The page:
BOOK REVIEW: ‘The Widow Waltz’: Ignorance About Family’s Finances Forces Georgia Waltz to Remake Her Life After Her Husband’s Sudden Death

  • Reviewed by David M. Kinchen 
BOOK REVIEW: 'The Widow Waltz': Ignorance About Family's Finances Forces Georgia Waltz to Remake Her Life After Her Husband's Sudden Death
Sally Koslow’s new novel, “The Widow Waltz” (Viking, 352 pages, $27.95, eBook available) is a cautionary tale about trusting a spouse about the
family’s finances. In a word: Don’t!
 In an email to me, Koslow said that some elements of her fourth novel were inspired by her research and reporting for her wonderful 2012 nonfiction book “Slouching Toward Adulthood” (my review: It’s a book I recommend for all parents — and their offspring.   Georgia Waltz’s two adult — more or less — daughters are living in the family’s Central Park South apartment after taking breaks from college at Stanford for Louisa (Louey) and a heavily subsidized dream job in a Paris restaurant for Nicola, their oldest, a Korean infant adopted by Georgia and Ben, but a thoroughly modern girl with a bat mitzvah, the female equivalent of the bar mitzvah ceremony for Jewish boys.Koslow told me that’s one of the takeaways from “Slouching Toward Adulthood” — the tendency for offspring to return to the nest when changes in one’s life occur. “Be it ever so humble”, in the words of the poet, “there’s no place like home.” Humble isn’t a word that applies to  Georgia’s husband, Benjamin Silver, a successful lawyer who has an addiction to running marathons. Only when Ben suddenly is felled by a massive coronary while training in Central Park for the New York Marathon is Georgia made aware of the realities of the Silver-Waltz finances: Georgia, Louey and Nicola are virtually penniless.The three women discover that the Manhattan apartment is mortgaged to the hilt, as is the beach house in the Hamptons. Their credit cards are maxed out. Just about the only things they own are Georgia’s jewels and their clothes. Georgia’s lawyer promises to look for hidden assets, but he’s not optimistic about any success along those lines. They put their apartment on the market and retreat to the beach house where Georgia discovers the secret of the disappeared assets. No, I’m not going to reveal anything!In the process of healing after Ben’s death, Georgia meets a man who rekindles her love life. Ben, described by one admirer as looking like a younger Jeremy Irons, was her one and only love, so the process of dating at her age, described by Koslow as “just past 50,”  requires a major lifestyle adjustment. Georgia supports herself with her writing skills rewriting essays for students entering college. She also discovers that her skills at raising plants are marketable, in a most unusual way. Along the way, she learns how to deal with her daughters and their challenges, a process that is often hilarious and always touching.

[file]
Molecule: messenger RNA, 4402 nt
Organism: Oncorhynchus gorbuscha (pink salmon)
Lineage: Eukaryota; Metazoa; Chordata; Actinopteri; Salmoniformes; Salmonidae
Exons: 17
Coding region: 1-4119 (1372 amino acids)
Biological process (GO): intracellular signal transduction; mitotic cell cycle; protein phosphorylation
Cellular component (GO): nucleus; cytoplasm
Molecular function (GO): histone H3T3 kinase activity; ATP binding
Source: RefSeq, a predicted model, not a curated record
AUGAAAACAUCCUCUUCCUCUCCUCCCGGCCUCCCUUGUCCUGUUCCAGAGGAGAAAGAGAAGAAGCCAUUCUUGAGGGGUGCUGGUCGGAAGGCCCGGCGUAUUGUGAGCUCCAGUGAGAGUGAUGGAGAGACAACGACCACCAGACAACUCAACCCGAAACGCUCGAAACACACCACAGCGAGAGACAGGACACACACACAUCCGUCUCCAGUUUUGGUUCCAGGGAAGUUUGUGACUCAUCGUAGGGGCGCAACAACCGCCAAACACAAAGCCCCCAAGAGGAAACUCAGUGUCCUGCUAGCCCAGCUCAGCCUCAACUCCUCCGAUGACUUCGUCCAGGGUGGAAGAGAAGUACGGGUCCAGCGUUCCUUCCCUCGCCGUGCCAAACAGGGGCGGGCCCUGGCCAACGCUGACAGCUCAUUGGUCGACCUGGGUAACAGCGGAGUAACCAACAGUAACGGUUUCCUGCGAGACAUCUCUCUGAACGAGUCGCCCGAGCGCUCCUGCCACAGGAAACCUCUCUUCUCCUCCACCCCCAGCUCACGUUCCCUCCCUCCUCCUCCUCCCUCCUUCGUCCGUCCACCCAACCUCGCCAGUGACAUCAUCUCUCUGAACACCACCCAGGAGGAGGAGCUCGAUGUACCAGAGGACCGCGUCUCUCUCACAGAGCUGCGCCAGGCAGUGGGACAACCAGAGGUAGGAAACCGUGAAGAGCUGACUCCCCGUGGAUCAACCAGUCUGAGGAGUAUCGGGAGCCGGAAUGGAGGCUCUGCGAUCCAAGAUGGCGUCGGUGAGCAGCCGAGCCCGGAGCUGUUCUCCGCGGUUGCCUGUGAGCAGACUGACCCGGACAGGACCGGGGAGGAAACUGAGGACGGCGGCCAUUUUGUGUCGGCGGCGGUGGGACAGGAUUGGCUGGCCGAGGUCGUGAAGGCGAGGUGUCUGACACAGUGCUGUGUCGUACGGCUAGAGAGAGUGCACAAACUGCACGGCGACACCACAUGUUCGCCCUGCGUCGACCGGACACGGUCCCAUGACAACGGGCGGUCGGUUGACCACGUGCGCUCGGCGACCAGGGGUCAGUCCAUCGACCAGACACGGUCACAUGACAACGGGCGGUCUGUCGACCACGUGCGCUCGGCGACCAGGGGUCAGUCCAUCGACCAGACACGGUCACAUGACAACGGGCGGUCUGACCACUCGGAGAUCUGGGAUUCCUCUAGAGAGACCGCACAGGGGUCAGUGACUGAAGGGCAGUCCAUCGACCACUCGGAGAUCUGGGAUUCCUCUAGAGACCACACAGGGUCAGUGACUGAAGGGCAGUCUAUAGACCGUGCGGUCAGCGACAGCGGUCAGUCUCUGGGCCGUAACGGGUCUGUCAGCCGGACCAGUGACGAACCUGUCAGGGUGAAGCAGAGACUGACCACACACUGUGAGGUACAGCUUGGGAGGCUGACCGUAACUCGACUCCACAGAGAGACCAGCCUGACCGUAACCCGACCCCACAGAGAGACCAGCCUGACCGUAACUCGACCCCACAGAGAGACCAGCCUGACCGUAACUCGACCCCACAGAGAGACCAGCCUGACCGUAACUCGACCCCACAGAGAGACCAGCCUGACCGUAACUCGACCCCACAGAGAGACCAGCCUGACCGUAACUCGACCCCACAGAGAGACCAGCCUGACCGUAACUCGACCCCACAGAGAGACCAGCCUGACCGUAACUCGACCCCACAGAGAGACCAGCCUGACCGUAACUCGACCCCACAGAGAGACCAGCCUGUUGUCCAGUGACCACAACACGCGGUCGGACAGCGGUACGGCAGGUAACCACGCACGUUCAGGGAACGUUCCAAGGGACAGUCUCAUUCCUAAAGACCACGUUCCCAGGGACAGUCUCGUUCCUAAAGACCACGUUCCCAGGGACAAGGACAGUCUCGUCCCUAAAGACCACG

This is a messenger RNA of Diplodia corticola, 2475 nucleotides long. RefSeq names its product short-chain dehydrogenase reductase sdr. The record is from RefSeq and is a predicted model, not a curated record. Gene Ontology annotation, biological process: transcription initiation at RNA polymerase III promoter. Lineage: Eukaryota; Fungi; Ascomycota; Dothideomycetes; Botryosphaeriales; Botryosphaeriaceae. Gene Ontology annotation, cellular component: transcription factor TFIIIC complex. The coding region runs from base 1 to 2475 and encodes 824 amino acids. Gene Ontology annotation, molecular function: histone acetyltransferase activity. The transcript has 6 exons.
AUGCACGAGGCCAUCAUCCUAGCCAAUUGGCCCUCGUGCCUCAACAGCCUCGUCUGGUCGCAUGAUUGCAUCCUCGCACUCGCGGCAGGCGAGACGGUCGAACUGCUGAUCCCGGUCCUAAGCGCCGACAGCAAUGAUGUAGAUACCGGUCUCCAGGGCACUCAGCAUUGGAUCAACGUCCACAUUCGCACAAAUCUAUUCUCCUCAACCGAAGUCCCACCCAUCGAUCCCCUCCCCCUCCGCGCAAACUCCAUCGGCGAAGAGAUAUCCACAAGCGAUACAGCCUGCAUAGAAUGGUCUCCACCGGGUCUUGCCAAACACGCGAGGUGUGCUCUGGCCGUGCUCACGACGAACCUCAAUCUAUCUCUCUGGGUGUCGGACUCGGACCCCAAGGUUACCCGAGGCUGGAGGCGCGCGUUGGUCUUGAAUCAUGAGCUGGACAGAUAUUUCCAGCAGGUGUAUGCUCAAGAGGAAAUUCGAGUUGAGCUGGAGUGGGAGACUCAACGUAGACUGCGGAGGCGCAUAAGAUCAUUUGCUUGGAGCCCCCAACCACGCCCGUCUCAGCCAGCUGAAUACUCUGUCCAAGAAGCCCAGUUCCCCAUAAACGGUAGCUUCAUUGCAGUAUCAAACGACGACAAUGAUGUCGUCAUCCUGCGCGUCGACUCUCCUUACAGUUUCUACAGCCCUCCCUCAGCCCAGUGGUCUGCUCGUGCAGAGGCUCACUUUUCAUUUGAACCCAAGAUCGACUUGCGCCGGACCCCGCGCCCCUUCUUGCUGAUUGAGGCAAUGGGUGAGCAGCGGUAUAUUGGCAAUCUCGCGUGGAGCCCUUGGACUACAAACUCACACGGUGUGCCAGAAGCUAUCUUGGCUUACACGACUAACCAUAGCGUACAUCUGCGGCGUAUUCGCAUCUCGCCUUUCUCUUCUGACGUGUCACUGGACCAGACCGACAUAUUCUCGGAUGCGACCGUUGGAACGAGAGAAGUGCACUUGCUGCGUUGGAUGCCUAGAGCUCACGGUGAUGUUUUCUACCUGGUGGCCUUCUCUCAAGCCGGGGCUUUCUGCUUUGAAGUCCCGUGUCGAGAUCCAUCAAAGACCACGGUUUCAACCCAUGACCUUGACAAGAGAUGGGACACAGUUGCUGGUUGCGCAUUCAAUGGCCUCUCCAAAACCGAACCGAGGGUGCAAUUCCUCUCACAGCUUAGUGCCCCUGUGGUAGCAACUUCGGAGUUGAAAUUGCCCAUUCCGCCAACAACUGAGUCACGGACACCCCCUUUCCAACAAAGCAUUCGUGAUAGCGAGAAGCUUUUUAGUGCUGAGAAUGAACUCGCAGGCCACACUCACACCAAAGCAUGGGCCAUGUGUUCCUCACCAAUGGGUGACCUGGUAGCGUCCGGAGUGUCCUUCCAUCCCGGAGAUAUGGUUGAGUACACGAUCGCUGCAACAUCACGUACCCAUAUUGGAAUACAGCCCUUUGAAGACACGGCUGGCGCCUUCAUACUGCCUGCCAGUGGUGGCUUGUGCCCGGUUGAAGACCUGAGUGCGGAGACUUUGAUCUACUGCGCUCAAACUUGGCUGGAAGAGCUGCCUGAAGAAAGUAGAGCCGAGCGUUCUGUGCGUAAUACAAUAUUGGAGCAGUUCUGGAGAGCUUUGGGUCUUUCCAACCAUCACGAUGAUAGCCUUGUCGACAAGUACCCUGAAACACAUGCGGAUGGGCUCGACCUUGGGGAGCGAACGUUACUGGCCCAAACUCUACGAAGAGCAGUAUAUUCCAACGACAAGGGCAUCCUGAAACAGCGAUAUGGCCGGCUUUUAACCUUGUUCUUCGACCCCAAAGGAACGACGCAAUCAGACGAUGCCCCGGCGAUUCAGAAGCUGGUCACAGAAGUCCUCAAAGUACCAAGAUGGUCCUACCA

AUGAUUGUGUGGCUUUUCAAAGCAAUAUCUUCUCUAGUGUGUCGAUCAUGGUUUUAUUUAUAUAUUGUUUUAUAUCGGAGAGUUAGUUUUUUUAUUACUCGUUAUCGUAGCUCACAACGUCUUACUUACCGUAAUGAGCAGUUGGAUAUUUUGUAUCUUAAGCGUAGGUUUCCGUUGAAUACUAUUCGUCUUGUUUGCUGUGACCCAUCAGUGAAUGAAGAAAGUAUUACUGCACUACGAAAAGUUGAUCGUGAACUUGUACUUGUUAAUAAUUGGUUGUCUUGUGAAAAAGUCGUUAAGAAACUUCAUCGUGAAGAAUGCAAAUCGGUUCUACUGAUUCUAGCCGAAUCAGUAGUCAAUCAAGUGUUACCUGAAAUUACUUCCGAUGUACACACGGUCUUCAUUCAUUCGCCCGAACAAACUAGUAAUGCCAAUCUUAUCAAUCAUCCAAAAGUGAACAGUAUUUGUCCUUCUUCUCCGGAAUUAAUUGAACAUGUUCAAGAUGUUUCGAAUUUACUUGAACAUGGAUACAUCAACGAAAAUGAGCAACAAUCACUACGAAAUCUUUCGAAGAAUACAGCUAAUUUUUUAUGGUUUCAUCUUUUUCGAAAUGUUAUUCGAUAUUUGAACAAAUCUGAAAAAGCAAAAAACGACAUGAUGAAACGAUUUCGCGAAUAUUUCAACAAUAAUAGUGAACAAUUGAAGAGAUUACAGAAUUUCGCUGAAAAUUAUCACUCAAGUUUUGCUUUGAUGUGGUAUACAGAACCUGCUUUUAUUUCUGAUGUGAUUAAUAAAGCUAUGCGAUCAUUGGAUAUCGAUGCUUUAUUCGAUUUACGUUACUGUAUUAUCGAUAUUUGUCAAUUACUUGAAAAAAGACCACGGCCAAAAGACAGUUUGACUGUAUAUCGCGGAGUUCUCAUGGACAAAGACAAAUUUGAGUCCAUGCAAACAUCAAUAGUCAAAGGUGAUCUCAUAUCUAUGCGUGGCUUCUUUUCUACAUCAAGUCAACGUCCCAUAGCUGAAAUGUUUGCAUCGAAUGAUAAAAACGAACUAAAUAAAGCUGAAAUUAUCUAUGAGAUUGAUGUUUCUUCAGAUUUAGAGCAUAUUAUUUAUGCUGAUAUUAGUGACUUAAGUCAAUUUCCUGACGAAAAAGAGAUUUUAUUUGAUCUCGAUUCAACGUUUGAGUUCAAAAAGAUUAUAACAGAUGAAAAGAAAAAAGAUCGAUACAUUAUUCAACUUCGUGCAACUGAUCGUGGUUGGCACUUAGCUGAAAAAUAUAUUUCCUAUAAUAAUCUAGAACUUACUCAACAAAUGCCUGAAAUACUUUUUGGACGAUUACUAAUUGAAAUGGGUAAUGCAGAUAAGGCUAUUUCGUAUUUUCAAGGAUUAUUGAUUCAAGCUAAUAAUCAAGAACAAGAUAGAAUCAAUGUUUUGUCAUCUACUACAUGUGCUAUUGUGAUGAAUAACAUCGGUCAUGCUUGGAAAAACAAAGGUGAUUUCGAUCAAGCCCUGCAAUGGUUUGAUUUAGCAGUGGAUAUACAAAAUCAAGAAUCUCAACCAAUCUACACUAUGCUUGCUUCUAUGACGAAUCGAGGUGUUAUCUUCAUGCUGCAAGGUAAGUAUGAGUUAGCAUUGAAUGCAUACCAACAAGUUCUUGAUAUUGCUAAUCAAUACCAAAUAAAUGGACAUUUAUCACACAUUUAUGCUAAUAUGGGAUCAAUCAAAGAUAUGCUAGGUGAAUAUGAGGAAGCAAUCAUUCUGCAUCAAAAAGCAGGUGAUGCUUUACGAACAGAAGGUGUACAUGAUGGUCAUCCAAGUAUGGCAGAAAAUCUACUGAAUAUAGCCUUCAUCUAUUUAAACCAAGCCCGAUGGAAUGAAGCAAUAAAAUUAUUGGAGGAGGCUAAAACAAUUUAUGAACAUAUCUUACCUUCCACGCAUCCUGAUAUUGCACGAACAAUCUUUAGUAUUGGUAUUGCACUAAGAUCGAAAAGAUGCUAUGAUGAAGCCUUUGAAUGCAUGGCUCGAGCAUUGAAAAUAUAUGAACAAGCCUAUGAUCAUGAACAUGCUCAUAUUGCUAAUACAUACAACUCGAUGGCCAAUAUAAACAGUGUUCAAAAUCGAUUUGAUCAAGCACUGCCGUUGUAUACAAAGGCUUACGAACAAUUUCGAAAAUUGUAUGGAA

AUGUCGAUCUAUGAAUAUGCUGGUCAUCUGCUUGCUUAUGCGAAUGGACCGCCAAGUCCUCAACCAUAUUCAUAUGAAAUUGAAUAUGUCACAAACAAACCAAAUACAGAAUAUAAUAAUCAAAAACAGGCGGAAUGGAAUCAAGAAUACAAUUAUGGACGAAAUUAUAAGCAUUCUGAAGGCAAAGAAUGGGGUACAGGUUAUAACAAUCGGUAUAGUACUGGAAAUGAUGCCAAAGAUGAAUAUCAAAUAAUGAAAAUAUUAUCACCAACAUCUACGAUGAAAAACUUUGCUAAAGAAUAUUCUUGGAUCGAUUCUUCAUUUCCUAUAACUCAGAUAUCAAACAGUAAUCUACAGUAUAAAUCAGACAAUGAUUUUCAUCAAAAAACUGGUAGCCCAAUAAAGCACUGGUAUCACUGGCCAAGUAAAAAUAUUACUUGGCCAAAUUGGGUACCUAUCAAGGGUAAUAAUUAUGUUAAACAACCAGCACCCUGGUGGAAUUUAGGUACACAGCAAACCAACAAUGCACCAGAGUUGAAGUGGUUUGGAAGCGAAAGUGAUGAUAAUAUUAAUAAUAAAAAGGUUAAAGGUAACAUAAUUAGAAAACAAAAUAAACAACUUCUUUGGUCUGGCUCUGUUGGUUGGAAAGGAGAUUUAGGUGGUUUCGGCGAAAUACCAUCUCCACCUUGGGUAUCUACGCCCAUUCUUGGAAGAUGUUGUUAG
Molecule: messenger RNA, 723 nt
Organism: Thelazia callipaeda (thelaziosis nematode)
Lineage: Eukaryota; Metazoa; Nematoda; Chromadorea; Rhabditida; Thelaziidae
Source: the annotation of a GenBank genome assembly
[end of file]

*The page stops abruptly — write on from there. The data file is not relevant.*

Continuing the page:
On her website, Koslow offers a capsule summary of  her latest novel:

“Told through the alternating perspectives of a mother and two daughters, the book digs into how to redefine your life in the face of devastating loss. As the cover suggests, despite the depth of the topic, there is warmth and lightness, too, which makes this novel one I can imagine you relaxing with this summer.”   Sally, you’ve nailed it. As a guy who enjoys well written so-called “chick lit” I look forward to reading anything that Sally Koslow writes. For my reviews of her other novels, use the HNN search engine, entering “Koslow.”

About the author 

Sally Koslow, born and raised in Fargo, North Dakota, is the former editor in chief of McCall’s magazine. Married to her college boyfriend, attorney Robert Koslow, she lives in Manhattan and often runs in Central Park. “Little Pink Slips” was her first novel, inspired by her experiences at McCall’s magazine. Her other novels are “The Late, Lamented Molly Marx” and “With Friends Like These.” She’s a graduate of the University of Wisconsin at Madison. She has taught at The Writing Institute at Sarah Lawrence College and is on the faculty of the New York Writer’s Workshop. Sally and Rob are the parents of Jed Koslow, an attorney, and Rory Koslow, who works in the film industry. Last year two beautiful daughters-in-law, Anne and Kimberly, joined their family. Sally can often be found running in Central Park, which is near her Manhattan apartment, or puttering at her riverside cabin in Stephentown, New York. Her


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